• Character actress Alice Brady won a Best Supporting Actress Oscar for her performance as Mrs. O'Leary in the film In Old Chicago (1938), in which she is portrayed as a heroic figure. The film dramatizes a variant of the traditional story: She is helping her cow to suckle a new calf, but accidentally leaves the lantern behind when she departs in a hurry after being told that one of her sons has been injured in a fight.
  • Quentin Tarantino's debut film Reservoir Dogs (1992).


  • ”Sophia's Wedding Part 2”, a 1988 episode of The Golden Girls. Blanche Devereaux calls the fire department after the smoke alarm goes off in her house. While flirting with the fireman over the phone, Rose Nylund proclaims “I'll bet that's why Chicago burned down. Mrs. O’Leary was probably a tramp too.”
  • "Little Match Girl", a 1992 episode of the situation comedy Cheers.
  • "Voyage of the Damned", a 1997 episode of the sitcom Frasier.
  • In the Early Edition episode "Hot Time in the Old Town", the fire is started by a brawl in the barn. Due to the situation being so difficult to explain, the man who goes for help simply blames Mrs. O'Leary's cow.
  • In the JAG episode "The Kings of the Greenie Board", Sarah MacKenzie advises Mic Brumby that he would have a better chance of winning if he advocated Mrs. O´Leary's cow.
  • "Dream Goat!", a 2001 episode of the animated children's series The Fairly OddParents.
  • "Nobel Peace Surprise", a 2002 episode of the animated children's series Time Squad.
  • "Being Mrs. O'Leary's Cow", a 2005 episode of the drama series Medium.
  • In the Warehouse 13 episode "Personal Effects", O'Leary is connected to a cow bell which can trigger great fires, actually revealed to be the same artifact which started the Great Fire of London.
  • The Dick Van Dyke Show, Season 4 Episode 15.
  • "Gloria Poses in the Nude", Season 2 Episode 2, A 1971 episode of the sitcom All in the Family Archie mentions that he feels like Mrs. O'Leary's Cow shouting "fire!" regarding Gloria posing in the nude for an artist, but that his warnings are not being heeded.
  • In the final episode of the Netflix series Bojack Horseman, the character named Diane makes a reference to the cow, arguing that she understood why it had caused the fire.

Popular songEdit

Literary fictionEdit

  • A fictional interpretation of the story behind O'Leary's cow is central to the plot in Ilona Andrews' book Burn for Me.
  • In Unnatural Selections, a 1991 collection of Gary Larson's Far Side, the color section "The Evolution of Life on Earth"" concludes with a vision of a post-human future where cows rule the earth. One detail is a memorial statue to Mrs. O'Leary's cow. In another strip, a comic shows a series of accidents caused by Mrs. O'Leary's cow culminating in causing the fire. In yet another strip, two cows watch Chicago burning from a pasture outside of the city, mentioning an agent of theirs, heavily implying they had been abetting Mrs. O'Leary's cow.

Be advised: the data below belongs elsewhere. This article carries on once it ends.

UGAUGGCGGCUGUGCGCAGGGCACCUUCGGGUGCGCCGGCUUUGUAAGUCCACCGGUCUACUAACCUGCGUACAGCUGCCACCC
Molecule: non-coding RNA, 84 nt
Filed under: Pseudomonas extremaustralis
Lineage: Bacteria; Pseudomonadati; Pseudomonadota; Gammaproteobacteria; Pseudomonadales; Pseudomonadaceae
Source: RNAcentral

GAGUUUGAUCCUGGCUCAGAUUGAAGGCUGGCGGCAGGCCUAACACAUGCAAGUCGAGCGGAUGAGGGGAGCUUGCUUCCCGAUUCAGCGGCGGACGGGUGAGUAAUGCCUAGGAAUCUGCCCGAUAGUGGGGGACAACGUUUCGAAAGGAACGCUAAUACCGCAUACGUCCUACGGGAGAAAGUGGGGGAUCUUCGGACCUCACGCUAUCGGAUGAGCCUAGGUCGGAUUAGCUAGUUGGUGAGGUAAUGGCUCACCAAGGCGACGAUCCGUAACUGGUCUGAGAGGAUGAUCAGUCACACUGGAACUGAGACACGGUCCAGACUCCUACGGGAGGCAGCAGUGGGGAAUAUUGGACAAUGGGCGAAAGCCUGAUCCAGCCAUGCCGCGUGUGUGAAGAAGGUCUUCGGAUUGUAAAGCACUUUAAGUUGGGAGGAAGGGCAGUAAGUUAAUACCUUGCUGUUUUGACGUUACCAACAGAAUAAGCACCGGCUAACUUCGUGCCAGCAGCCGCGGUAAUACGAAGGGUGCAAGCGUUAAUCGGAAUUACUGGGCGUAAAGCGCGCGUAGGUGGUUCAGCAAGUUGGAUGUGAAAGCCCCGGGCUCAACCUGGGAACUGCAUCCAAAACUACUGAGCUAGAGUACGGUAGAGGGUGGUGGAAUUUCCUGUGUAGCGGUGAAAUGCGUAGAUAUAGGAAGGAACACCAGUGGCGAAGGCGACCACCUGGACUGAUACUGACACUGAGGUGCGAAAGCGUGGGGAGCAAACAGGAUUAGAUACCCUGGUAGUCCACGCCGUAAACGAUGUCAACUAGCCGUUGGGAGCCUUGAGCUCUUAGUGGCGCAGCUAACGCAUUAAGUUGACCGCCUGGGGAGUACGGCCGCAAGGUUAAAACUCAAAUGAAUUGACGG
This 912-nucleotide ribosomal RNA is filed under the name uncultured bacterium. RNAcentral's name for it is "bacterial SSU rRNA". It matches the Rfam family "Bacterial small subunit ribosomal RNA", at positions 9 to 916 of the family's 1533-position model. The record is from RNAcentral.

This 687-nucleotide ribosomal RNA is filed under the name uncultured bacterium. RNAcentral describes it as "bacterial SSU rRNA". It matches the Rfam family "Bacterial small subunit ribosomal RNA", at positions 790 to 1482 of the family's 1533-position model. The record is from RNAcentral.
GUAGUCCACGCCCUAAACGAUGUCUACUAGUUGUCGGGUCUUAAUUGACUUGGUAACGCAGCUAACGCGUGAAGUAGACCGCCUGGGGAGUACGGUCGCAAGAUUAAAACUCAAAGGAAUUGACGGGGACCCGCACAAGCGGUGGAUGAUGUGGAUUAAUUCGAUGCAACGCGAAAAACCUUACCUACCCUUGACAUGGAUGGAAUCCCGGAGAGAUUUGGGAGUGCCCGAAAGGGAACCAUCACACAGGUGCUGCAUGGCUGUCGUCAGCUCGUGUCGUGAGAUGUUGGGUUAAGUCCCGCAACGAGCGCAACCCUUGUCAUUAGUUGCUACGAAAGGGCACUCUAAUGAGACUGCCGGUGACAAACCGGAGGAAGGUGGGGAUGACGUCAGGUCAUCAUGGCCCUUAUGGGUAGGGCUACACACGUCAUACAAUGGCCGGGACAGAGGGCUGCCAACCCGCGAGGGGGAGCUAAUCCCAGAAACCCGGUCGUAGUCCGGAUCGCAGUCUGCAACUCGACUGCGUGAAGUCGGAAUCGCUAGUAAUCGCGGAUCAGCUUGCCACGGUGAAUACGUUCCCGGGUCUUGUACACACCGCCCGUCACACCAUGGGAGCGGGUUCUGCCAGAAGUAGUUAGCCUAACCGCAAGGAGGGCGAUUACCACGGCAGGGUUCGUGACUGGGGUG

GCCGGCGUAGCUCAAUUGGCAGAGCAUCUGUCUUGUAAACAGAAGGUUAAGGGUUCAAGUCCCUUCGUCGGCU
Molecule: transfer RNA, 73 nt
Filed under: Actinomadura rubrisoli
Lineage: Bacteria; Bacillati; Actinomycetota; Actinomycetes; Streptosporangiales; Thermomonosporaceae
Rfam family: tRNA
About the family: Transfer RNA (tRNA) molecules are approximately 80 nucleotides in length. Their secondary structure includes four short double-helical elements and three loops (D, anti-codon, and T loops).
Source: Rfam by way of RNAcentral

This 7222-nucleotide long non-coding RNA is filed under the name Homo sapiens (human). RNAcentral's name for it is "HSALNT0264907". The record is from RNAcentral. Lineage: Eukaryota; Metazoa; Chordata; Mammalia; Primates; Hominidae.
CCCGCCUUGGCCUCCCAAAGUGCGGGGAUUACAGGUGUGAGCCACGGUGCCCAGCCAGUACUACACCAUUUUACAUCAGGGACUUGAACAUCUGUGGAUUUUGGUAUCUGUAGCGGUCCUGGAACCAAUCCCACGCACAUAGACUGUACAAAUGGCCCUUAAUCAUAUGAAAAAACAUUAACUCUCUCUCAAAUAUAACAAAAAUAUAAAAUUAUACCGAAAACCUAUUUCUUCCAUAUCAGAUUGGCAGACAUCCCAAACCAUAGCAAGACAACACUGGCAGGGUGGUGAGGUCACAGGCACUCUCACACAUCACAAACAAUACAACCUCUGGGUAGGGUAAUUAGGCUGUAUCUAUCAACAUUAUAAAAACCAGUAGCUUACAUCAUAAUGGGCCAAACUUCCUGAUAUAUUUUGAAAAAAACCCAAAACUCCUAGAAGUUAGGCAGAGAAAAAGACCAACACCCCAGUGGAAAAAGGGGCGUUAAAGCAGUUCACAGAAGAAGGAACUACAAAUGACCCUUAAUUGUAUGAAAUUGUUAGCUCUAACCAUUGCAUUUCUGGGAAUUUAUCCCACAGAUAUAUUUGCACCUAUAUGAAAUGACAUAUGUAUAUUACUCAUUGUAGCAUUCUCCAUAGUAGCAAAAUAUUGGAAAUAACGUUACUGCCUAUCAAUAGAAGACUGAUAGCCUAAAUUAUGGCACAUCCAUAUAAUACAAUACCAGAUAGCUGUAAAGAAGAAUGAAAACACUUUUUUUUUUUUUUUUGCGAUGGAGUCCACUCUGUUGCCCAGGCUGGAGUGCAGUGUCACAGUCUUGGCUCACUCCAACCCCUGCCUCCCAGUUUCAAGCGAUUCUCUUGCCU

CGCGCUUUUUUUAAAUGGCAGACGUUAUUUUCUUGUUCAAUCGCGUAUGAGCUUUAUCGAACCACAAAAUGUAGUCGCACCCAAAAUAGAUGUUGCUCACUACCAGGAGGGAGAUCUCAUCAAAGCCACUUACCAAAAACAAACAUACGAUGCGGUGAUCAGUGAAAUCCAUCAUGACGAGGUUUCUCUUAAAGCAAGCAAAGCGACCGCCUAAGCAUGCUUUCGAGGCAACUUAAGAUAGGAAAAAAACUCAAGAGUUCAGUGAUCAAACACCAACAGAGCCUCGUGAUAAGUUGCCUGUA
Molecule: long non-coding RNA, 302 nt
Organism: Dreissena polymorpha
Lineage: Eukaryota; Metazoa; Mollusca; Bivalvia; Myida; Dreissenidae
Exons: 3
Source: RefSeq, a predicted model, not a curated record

The 1987 Williams pinball machine "Fire!" references O'Leary's cow by playing a "Moo" sound when the player inserts a coin and presses the start button. The table for this machine was inspired by the Great Chicago Fire.


  1. ^ Pierce, Bessie Louise (1957). A History of Chicago: Volume III: The Rise of a Modern City, 1871–1893 (2007 rep. ed.). Chicago: University of Chicago Press. p. 4. ISBN 978-0-226-66842-0.
  2. ^ "5 Things You Probably Didn't Know about the Great Chicago Fire". DNAINFO. Archived from the original on 2019-08-29. Retrieved 2019-08-29.
  3. ^ a b c Owens, L.L. The Great Chicago Fire. ABDO. p. 7.
  4. ^ "The O'Leary Legend". Chicago History Museum. Archived from the original on 2011-01-10. Retrieved 2007-03-18.
  5. ^ "Obituary". Chicago Tribune. July 4, 1895. p. 1.
  6. ^ "Last of O'Leary Family". Harrisburg Telegraph. 26 December 1936. p. 1. Retrieved 13 September 2015 – via  
  7. ^ Edmonds, Molly. "Did the Great Chicago Fire really start with Mrs. O'Leary's cow?". HowStuffWorks. Retrieved 2011-10-07.
  8. ^ "Lyrics: "Old Mother Leary"".
  9. ^ "Lyrics: "I Could Be In Love With Someone Like You"".

External linksEdit